Sir, With reference to your report “UK gender divide starts early” (February 17) on child spending: figures from the Office for National Statistics have highlighted that children as young as seven years old are spending their pocket money more on soft drinks than on toys and hobbies.
The evidence clearly links these drinks to tooth decay, diabetes and childhood obesity, not to mention the ongoing socio-economic impact on our society. So by knowingly giving a young child repeated cans of fizzy drinks, I believe this is actually a child safeguarding issue, bordering on neglect.
The Dental Wellness Trust wants to see an age restriction for children under 12 years old from buying fizzy drinks, and an all-out ban on children under the age of six years old from consuming them. As dentists, we sadly have to extract teeth from children as young as three due to their consumption of fizzy drinks. This trend continues right up until teenage years and there is no improvement in sight.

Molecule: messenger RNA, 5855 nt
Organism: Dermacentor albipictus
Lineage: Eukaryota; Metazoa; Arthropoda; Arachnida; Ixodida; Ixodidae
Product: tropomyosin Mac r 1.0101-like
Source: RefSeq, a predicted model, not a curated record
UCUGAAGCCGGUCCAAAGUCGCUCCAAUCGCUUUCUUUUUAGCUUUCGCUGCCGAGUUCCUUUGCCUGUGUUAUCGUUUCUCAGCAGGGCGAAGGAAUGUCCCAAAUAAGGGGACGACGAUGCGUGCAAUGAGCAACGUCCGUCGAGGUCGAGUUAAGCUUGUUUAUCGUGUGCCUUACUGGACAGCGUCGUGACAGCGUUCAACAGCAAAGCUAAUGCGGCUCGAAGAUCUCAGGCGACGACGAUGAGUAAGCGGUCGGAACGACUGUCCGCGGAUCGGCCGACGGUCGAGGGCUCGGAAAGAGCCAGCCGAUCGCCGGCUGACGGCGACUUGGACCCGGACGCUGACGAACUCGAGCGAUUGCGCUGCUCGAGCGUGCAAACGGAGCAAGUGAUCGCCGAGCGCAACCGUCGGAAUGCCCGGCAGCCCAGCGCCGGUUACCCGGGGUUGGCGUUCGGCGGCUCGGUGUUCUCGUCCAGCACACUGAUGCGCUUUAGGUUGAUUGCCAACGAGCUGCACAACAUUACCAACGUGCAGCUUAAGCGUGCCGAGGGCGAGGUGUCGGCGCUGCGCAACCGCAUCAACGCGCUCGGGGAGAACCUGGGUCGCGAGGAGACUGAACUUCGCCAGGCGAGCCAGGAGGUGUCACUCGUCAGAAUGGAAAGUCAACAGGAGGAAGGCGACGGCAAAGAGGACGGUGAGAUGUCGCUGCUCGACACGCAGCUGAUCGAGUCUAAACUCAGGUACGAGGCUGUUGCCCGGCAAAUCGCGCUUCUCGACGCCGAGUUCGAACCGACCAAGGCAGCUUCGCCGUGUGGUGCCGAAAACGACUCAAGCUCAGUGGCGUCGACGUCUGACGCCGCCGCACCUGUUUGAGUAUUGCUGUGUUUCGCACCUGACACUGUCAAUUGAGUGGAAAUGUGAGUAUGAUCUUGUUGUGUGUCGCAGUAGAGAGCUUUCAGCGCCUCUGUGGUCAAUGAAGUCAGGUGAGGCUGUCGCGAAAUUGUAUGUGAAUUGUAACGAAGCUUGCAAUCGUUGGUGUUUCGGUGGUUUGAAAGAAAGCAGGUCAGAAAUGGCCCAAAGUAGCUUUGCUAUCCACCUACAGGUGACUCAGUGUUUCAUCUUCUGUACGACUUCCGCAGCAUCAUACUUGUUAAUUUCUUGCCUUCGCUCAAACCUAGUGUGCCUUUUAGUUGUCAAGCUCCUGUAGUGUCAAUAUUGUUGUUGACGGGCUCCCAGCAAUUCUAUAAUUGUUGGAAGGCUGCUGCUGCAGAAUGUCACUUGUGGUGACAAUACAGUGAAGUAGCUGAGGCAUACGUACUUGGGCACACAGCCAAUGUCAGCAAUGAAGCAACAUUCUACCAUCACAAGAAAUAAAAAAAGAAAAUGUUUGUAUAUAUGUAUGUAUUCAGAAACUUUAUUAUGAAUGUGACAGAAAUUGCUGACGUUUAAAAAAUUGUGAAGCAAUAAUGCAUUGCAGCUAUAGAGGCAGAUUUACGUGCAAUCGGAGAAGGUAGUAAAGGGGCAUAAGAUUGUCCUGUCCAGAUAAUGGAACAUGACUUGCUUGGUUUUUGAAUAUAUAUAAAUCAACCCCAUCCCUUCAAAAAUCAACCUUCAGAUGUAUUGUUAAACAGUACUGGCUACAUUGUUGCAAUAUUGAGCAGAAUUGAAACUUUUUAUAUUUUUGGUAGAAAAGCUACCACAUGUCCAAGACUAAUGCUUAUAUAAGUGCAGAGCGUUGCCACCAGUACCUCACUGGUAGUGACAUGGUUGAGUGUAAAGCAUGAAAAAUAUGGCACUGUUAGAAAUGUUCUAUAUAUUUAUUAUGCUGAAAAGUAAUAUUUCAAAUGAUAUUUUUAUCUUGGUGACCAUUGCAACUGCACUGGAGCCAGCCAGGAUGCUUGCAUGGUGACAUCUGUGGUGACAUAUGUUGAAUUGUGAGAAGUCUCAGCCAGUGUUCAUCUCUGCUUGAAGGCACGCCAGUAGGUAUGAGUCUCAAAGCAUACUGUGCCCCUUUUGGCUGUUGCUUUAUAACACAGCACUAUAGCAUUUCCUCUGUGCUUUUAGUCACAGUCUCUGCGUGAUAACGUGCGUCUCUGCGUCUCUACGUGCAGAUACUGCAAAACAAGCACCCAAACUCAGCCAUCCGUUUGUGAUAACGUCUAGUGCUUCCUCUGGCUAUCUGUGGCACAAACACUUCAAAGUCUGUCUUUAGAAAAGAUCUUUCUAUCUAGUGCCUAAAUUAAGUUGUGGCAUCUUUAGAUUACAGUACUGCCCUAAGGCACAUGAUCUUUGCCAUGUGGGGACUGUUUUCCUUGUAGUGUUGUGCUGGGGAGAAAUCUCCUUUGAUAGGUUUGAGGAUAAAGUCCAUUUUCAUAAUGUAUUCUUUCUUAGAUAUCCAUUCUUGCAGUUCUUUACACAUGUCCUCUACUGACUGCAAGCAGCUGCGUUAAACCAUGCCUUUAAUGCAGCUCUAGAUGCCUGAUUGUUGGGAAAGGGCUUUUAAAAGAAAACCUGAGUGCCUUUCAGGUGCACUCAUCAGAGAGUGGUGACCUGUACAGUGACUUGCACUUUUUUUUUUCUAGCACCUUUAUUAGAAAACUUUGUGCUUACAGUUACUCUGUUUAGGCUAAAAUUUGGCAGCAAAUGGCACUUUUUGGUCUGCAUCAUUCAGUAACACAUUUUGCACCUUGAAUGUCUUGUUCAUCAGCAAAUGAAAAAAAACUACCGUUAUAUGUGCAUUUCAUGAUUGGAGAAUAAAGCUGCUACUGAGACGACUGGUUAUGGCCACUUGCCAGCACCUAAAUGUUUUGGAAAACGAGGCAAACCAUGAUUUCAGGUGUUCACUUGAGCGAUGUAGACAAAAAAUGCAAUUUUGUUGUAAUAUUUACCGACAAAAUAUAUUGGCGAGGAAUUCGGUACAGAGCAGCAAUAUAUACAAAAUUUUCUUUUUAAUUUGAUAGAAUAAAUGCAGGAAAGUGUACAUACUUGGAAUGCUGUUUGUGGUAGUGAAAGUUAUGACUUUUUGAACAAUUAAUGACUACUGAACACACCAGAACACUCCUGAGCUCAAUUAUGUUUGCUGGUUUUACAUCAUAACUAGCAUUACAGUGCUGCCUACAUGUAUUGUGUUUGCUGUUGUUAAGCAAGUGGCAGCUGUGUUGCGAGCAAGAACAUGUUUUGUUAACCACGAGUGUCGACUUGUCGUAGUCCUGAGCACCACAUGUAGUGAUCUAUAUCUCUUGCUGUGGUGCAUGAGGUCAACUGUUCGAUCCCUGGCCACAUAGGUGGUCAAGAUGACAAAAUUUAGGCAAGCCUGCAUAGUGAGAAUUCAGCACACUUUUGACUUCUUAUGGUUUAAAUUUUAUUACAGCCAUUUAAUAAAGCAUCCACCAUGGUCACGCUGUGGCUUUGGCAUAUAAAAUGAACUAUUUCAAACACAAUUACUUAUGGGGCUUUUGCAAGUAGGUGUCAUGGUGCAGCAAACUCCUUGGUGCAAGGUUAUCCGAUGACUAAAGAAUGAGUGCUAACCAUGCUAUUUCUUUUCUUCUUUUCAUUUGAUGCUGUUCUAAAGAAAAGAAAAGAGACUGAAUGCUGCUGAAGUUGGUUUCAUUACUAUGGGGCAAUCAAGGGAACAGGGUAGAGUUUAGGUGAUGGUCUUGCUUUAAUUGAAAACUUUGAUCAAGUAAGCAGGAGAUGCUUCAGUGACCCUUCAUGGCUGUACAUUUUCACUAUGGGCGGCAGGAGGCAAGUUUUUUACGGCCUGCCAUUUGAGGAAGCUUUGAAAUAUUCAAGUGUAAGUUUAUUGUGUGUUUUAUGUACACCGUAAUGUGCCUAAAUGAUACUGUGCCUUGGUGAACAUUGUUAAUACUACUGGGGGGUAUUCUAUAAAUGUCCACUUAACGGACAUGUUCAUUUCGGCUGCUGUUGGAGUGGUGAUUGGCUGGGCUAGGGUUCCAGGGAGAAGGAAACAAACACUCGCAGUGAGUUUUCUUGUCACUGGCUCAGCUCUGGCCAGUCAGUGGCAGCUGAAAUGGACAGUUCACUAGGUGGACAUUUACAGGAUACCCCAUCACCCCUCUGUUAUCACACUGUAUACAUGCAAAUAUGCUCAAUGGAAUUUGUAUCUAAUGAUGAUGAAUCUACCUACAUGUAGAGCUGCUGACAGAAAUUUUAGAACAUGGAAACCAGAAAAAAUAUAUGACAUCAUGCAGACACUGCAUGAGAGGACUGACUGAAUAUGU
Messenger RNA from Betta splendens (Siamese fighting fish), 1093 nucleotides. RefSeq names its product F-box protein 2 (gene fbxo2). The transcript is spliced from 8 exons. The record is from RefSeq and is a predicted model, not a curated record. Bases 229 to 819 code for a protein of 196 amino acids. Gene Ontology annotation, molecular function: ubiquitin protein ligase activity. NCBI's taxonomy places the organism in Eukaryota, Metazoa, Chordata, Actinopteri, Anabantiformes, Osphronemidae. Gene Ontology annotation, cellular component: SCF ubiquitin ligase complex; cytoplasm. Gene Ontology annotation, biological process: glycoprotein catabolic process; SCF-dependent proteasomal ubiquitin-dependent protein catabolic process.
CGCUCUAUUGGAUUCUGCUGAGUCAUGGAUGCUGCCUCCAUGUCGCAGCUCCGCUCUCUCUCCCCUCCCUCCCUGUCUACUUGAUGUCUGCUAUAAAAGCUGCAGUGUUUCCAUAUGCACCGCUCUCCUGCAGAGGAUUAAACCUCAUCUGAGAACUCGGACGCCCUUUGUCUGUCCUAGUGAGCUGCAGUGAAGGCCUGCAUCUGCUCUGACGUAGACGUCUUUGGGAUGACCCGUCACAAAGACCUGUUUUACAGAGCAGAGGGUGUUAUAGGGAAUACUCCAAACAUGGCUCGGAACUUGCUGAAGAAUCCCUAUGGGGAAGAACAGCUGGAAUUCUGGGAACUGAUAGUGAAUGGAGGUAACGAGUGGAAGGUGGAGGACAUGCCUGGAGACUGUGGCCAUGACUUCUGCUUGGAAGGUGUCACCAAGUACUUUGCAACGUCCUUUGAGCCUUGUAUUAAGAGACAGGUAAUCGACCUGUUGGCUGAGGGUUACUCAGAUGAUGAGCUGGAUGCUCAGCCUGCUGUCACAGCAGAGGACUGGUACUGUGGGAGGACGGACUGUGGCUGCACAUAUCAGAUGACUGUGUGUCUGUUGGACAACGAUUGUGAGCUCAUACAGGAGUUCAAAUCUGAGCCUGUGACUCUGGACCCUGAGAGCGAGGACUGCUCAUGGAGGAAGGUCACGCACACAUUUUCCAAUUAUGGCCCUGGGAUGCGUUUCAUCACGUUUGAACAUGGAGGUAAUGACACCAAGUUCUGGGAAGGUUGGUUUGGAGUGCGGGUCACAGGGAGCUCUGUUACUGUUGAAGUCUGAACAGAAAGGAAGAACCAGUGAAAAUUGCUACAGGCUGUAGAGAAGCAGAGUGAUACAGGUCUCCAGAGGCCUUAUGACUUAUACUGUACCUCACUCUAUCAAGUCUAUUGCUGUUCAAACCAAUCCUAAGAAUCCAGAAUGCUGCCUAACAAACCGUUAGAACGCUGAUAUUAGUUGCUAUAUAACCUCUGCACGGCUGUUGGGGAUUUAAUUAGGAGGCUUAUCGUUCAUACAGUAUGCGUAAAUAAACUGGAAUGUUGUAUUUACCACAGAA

There is no escaping the exposure to these drinks.
Morally, how can we allow this to continue without taking a firmer stance to protect the health of future generations? I believe our proposed ban would have a dramatic impact on their consumption, but more importantly on the overall health of the child.
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